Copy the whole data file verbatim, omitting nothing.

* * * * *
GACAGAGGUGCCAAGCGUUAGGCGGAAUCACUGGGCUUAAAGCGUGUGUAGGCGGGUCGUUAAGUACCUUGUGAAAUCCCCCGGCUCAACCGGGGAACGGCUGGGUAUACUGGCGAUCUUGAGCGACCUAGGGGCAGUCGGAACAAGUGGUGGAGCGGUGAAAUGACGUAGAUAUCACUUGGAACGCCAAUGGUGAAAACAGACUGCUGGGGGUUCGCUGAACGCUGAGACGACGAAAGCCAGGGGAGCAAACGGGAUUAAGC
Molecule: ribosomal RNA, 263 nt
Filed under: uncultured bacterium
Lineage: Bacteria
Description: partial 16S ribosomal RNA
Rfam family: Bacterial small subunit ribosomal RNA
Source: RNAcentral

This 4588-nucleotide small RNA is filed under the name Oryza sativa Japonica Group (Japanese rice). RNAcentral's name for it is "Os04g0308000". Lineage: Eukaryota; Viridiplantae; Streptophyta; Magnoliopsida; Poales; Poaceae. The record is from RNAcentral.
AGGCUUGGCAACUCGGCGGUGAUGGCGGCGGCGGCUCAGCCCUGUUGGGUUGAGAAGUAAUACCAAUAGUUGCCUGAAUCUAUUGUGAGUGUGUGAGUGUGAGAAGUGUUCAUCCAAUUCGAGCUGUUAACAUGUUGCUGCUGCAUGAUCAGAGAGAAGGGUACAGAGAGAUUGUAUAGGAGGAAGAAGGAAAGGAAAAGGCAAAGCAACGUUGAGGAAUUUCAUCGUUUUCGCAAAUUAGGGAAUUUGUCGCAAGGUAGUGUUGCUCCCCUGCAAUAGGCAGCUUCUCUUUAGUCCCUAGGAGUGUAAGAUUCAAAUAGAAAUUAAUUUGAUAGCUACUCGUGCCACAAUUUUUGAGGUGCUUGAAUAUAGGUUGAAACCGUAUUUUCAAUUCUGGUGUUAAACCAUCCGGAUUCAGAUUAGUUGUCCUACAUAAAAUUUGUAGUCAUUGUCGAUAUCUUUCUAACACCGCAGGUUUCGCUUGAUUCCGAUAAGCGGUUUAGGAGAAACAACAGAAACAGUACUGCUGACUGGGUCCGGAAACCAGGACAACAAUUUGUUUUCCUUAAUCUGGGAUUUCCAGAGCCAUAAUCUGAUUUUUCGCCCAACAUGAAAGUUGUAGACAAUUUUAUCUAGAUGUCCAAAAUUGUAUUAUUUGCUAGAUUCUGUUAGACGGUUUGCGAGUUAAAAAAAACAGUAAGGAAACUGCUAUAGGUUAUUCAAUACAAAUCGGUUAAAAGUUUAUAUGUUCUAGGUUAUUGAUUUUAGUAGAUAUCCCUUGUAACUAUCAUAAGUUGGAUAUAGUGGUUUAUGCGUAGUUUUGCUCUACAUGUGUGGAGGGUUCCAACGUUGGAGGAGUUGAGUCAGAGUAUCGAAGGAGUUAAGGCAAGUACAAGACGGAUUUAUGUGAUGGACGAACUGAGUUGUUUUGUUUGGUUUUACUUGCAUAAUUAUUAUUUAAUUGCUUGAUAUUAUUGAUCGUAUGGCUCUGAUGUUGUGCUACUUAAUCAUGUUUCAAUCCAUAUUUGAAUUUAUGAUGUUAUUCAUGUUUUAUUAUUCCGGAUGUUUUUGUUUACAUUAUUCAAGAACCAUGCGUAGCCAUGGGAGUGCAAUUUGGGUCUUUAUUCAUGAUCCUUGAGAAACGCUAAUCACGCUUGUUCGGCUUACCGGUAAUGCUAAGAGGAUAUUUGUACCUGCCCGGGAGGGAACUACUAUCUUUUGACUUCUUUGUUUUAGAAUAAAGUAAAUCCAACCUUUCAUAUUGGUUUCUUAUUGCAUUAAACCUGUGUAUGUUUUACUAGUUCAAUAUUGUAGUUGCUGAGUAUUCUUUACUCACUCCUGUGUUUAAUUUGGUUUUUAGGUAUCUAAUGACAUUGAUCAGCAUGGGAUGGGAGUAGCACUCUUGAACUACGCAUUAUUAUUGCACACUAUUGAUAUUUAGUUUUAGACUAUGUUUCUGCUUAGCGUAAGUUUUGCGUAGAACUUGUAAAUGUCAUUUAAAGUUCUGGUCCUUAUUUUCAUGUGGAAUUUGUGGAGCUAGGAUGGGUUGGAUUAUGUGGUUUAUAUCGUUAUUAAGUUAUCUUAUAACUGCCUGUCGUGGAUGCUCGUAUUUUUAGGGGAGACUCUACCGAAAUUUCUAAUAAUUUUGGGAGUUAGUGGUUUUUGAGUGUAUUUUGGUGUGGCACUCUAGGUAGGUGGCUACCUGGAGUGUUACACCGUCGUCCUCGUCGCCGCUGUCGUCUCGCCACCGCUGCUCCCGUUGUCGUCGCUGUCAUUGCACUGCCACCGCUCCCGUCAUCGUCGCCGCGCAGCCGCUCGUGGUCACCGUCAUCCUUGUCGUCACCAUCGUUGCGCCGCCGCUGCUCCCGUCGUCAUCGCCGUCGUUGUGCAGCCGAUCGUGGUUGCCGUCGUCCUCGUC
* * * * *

GACAGAGGUGCCAAGCGUUAGGCGGAAUCACUGGGCUUAAAGCGUGUGUAGGCGGGUCGUUAAGUACCUUGUGAAAUCCCCCGGCUCAACCGGGGAACGGCUGGGUAUACUGGCGAUCUUGAGCGACCUAGGGGCAGUCGGAACAAGUGGUGGAGCGGUGAAAUGACGUAGAUAUCACUUGGAACGCCAAUGGUGAAAACAGACUGCUGGGGGUUCGCUGAACGCUGAGACGACGAAAGCCAGGGGAGCAAACGGGAUUAAGC
Molecule: ribosomal RNA, 263 nt
Filed under: uncultured bacterium
Lineage: Bacteria
Description: partial 16S ribosomal RNA
Rfam family: Bacterial small subunit ribosomal RNA
Source: RNAcentral

This 4588-nucleotide small RNA is filed under the name Oryza sativa Japonica Group (Japanese rice). RNAcentral's name for it is "Os04g0308000". Lineage: Eukaryota; Viridiplantae; Streptophyta; Magnoliopsida; Poales; Poaceae. The record is from RNAcentral.
AGGCUUGGCAACUCGGCGGUGAUGGCGGCGGCGGCUCAGCCCUGUUGGGUUGAGAAGUAAUACCAAUAGUUGCCUGAAUCUAUUGUGAGUGUGUGAGUGUGAGAAGUGUUCAUCCAAUUCGAGCUGUUAACAUGUUGCUGCUGCAUGAUCAGAGAGAAGGGUACAGAGAGAUUGUAUAGGAGGAAGAAGGAAAGGAAAAGGCAAAGCAACGUUGAGGAAUUUCAUCGUUUUCGCAAAUUAGGGAAUUUGUCGCAAGGUAGUGUUGCUCCCCUGCAAUAGGCAGCUUCUCUUUAGUCCCUAGGAGUGUAAGAUUCAAAUAGAAAUUAAUUUGAUAGCUACUCGUGCCACAAUUUUUGAGGUGCUUGAAUAUAGGUUGAAACCGUAUUUUCAAUUCUGGUGUUAAACCAUCCGGAUUCAGAUUAGUUGUCCUACAUAAAAUUUGUAGUCAUUGUCGAUAUCUUUCUAACACCGCAGGUUUCGCUUGAUUCCGAUAAGCGGUUUAGGAGAAACAACAGAAACAGUACUGCUGACUGGGUCCGGAAACCAGGACAACAAUUUGUUUUCCUUAAUCUGGGAUUUCCAGAGCCAUAAUCUGAUUUUUCGCCCAACAUGAAAGUUGUAGACAAUUUUAUCUAGAUGUCCAAAAUUGUAUUAUUUGCUAGAUUCUGUUAGACGGUUUGCGAGUUAAAAAAAACAGUAAGGAAACUGCUAUAGGUUAUUCAAUACAAAUCGGUUAAAAGUUUAUAUGUUCUAGGUUAUUGAUUUUAGUAGAUAUCCCUUGUAACUAUCAUAAGUUGGAUAUAGUGGUUUAUGCGUAGUUUUGCUCUACAUGUGUGGAGGGUUCCAACGUUGGAGGAGUUGAGUCAGAGUAUCGAAGGAGUUAAGGCAAGUACAAGACGGAUUUAUGUGAUGGACGAACUGAGUUGUUUUGUUUGGUUUUACUUGCAUAAUUAUUAUUUAAUUGCUUGAUAUUAUUGAUCGUAUGGCUCUGAUGUUGUGCUACUUAAUCAUGUUUCAAUCCAUAUUUGAAUUUAUGAUGUUAUUCAUGUUUUAUUAUUCCGGAUGUUUUUGUUUACAUUAUUCAAGAACCAUGCGUAGCCAUGGGAGUGCAAUUUGGGUCUUUAUUCAUGAUCCUUGAGAAACGCUAAUCACGCUUGUUCGGCUUACCGGUAAUGCUAAGAGGAUAUUUGUACCUGCCCGGGAGGGAACUACUAUCUUUUGACUUCUUUGUUUUAGAAUAAAGUAAAUCCAACCUUUCAUAUUGGUUUCUUAUUGCAUUAAACCUGUGUAUGUUUUACUAGUUCAAUAUUGUAGUUGCUGAGUAUUCUUUACUCACUCCUGUGUUUAAUUUGGUUUUUAGGUAUCUAAUGACAUUGAUCAGCAUGGGAUGGGAGUAGCACUCUUGAACUACGCAUUAUUAUUGCACACUAUUGAUAUUUAGUUUUAGACUAUGUUUCUGCUUAGCGUAAGUUUUGCGUAGAACUUGUAAAUGUCAUUUAAAGUUCUGGUCCUUAUUUUCAUGUGGAAUUUGUGGAGCUAGGAUGGGUUGGAUUAUGUGGUUUAUAUCGUUAUUAAGUUAUCUUAUAACUGCCUGUCGUGGAUGCUCGUAUUUUUAGGGGAGACUCUACCGAAAUUUCUAAUAAUUUUGGGAGUUAGUGGUUUUUGAGUGUAUUUUGGUGUGGCACUCUAGGUAGGUGGCUACCUGGAGUGUUACACCGUCGUCCUCGUCGCCGCUGUCGUCUCGCCACCGCUGCUCCCGUUGUCGUCGCUGUCAUUGCACUGCCACCGCUCCCGUCAUCGUCGCCGCGCAGCCGCUCGUGGUCACCGUCAUCCUUGUCGUCACCAUCGUUGCGCCGCCGCUGCUCCCGUCGUCAUCGCCGUCGUUGUGCAGCCGAUCGUGGUUGCCGUCGUCCUCGUC